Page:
Monthly Archives: June 2014

A Good Time to Keep My Mouth Shut

I’ve been thinking a lot about perspective, lately, and how it relates to me, in both my personal and writing life. But over the past few days a few incidents have really highlighted the fact that there are times to relate your perspective, and times you should probably keep your mouth shut. 

It started off in the beginning of the week when my working life imploded in a serious of incidents of unprecedented ridiculousness and violence. Despite what I viewed as the extreme hardship of some of the files I attended with my team, we were highly successful, and in one of the events I was praised for my performance as a leader. That is all well and good, but what I did with that praise is not something that makes me particularly proud.

One of my junior members came to me to tell me a story about something he’d encountered during the shift – something he’d never seen before and forced him into a steep learning curve, but gave him valuable experience and a cool story to tell. He came into my office and laid the story on me, and instead of praising him like I should have, I pulled a, “Oh, yeah, well let me tell you about what I did.”

As I bulldozed over top of his experience with my story, I saw the enthusiastic smile slip from his face. By the time I was done the air was sucked out of him completely. It took a while for the defeated expression on his face to make it through to the interior of my empty head, but when I realized what I’d done I felt terrible and had to think really hard about how to never do that to anyone again.

Due to the difference in our rank and service, our perspectives were very, very different. Was my scene bigger than his? Well, yes it was. Was my scene more dangerous than his? Well, yes, but it’s my job to do that kind of thing. Did any of this make his task or experience less valid than mine? Fuck, no.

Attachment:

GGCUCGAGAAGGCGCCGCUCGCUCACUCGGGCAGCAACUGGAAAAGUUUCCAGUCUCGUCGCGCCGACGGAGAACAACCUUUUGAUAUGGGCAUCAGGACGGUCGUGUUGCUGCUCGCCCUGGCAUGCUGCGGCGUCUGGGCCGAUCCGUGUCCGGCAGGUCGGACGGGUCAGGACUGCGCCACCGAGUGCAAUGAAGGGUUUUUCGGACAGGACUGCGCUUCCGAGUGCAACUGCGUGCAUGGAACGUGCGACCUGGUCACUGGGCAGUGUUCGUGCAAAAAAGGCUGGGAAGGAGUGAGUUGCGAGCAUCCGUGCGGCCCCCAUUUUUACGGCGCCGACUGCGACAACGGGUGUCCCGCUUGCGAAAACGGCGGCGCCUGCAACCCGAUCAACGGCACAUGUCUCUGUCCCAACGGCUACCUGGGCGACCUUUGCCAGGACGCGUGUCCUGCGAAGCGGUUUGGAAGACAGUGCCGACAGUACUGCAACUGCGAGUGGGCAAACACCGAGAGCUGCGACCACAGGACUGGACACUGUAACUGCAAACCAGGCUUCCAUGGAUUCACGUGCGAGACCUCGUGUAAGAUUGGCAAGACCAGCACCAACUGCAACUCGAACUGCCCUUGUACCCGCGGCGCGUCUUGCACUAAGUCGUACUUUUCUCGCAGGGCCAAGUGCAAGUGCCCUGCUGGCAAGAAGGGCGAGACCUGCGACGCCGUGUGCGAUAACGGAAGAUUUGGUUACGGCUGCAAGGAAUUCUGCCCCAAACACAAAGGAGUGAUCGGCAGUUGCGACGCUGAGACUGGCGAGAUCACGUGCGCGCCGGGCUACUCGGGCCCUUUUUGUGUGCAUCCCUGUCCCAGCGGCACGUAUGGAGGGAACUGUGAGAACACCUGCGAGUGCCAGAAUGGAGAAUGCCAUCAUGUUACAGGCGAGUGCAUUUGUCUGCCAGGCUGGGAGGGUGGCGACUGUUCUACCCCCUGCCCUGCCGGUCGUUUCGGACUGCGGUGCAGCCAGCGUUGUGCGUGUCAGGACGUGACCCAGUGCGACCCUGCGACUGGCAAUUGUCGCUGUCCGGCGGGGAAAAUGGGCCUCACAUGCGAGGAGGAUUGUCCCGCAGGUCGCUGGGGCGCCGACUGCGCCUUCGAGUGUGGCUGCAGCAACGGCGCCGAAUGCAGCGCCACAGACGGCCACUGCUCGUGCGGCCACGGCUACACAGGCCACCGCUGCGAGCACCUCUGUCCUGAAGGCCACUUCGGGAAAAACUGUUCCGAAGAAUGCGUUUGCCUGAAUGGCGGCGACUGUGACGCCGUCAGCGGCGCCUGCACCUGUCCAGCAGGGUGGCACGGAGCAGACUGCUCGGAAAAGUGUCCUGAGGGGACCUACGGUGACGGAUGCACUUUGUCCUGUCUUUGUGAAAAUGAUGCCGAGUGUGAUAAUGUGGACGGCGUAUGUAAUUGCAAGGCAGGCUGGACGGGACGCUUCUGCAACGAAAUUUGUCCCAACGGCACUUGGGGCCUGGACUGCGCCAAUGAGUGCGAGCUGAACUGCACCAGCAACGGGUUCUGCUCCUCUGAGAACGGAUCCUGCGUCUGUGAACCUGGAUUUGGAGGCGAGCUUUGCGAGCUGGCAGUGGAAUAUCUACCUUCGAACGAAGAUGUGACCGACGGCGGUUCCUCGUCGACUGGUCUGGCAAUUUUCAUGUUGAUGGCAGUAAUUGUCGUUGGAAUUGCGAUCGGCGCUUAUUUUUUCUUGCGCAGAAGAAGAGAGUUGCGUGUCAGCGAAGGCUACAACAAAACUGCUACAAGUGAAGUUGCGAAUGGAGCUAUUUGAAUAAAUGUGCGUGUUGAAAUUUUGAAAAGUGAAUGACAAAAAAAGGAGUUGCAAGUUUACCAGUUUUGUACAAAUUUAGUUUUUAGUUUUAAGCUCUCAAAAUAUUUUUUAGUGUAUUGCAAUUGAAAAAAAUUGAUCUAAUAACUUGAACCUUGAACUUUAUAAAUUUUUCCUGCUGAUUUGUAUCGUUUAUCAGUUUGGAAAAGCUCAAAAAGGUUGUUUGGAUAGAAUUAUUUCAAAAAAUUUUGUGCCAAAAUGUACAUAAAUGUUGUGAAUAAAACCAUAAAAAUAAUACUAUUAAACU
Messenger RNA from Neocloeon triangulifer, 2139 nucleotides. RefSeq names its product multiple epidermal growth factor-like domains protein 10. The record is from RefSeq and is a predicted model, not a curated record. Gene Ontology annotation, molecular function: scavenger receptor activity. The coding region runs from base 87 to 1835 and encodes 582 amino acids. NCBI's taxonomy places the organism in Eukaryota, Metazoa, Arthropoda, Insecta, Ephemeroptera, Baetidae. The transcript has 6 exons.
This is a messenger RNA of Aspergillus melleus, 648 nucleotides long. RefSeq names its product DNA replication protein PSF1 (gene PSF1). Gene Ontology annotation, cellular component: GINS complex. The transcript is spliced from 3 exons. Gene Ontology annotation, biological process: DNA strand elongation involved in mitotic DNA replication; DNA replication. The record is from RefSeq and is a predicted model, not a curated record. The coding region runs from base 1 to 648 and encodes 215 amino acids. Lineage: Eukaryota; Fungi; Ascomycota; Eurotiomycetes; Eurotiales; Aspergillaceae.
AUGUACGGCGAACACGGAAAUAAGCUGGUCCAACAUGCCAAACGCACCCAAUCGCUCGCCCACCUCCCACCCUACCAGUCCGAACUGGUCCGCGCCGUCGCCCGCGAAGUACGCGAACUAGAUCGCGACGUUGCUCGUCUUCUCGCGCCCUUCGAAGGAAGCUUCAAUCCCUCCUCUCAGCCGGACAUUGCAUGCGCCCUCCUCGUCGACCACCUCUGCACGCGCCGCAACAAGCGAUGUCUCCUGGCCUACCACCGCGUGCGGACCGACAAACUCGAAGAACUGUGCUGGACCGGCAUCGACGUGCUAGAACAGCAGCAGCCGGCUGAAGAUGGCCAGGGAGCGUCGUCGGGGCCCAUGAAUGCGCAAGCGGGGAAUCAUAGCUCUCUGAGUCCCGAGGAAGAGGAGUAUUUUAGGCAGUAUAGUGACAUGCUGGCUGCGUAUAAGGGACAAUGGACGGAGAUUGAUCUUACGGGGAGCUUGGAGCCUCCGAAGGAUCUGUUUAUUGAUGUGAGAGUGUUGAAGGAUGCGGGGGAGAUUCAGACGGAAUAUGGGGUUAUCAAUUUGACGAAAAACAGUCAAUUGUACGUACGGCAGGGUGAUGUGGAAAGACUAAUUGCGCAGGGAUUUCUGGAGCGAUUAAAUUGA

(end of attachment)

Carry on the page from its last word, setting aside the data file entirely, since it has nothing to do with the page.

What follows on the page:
I felt bad about the way I’d treated that young constable for a couple days, and I was still thinking about it when and I was on my first day off and noticed several of the authors I follow on Twitter lamenting about their interaction with their fan-base, and how to deal with negative reviews. As I read their posts, about how they only had ten thousand twitter followers, or some one gave them a negative review, I wanted to reply to them and say, “At least someone bought your book, you whining shit!” Then, of course, common sense got a hold of me, (specifically the concept that no one was forcing me to follow anyone on Twitter, and if I was that grumpy I could go elsewhere – and the guy had so many followers he wouldn’t notice the departure of little old me) and I decided not to be the crazy person on the internet.

I thought, after I’d calmed down, about the difference in perspective for myself and the lamenting author. For him, writing is his livelihood and the issues he was discussing were vitally important to being able to feed himself and pay his electricity bill so he could power his lap top and keep writing. I, too, would like to one day make my living from my writing, but I am not going to starve if no one buys my book. His perspective was vastly different than mine, but was also extremely valid.